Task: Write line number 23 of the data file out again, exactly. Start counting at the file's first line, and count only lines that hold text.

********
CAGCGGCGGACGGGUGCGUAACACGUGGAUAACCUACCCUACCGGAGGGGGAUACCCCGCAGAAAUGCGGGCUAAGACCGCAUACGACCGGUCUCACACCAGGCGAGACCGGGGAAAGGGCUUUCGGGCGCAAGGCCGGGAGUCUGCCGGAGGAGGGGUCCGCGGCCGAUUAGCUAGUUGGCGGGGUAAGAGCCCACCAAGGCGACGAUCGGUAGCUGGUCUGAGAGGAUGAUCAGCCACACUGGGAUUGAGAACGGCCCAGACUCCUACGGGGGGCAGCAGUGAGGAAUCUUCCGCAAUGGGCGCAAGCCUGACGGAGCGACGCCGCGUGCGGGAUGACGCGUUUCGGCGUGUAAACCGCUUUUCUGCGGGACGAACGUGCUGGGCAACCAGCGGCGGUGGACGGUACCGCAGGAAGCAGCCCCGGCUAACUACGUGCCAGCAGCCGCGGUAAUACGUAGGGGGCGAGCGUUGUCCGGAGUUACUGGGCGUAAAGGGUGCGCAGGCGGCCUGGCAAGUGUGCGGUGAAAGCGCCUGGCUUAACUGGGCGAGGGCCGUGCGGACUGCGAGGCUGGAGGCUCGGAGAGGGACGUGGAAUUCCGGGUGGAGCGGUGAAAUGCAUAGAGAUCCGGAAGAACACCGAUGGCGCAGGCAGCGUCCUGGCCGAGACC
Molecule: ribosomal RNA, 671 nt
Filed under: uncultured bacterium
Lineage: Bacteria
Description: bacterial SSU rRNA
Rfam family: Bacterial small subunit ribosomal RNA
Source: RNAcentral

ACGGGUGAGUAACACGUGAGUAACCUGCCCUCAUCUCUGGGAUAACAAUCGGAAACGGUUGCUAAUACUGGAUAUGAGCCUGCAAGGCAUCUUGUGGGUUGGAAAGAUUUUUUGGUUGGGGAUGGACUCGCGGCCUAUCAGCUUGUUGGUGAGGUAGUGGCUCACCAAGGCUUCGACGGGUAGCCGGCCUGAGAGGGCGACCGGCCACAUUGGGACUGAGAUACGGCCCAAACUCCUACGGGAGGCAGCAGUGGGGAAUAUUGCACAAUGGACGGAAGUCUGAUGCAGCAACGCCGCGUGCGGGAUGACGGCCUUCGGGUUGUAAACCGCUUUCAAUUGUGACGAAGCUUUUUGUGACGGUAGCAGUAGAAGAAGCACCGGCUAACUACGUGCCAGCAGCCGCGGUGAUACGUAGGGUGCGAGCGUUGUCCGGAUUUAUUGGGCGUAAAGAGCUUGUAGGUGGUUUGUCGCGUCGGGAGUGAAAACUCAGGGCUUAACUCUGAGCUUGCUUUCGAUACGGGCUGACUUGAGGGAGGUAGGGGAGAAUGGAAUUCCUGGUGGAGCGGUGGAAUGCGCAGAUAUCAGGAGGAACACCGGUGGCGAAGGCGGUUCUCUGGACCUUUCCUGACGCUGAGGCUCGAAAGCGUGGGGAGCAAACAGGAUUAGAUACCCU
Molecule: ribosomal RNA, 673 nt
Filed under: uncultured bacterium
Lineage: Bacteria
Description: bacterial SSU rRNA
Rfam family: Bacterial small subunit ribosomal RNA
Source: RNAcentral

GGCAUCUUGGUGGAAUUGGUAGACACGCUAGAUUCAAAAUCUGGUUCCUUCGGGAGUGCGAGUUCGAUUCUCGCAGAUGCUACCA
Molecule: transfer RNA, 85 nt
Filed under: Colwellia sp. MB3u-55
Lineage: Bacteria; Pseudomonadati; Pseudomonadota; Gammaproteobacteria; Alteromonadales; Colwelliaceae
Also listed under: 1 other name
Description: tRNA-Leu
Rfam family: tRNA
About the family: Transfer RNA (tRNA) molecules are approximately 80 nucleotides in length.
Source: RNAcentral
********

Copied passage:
Source: RNAcentral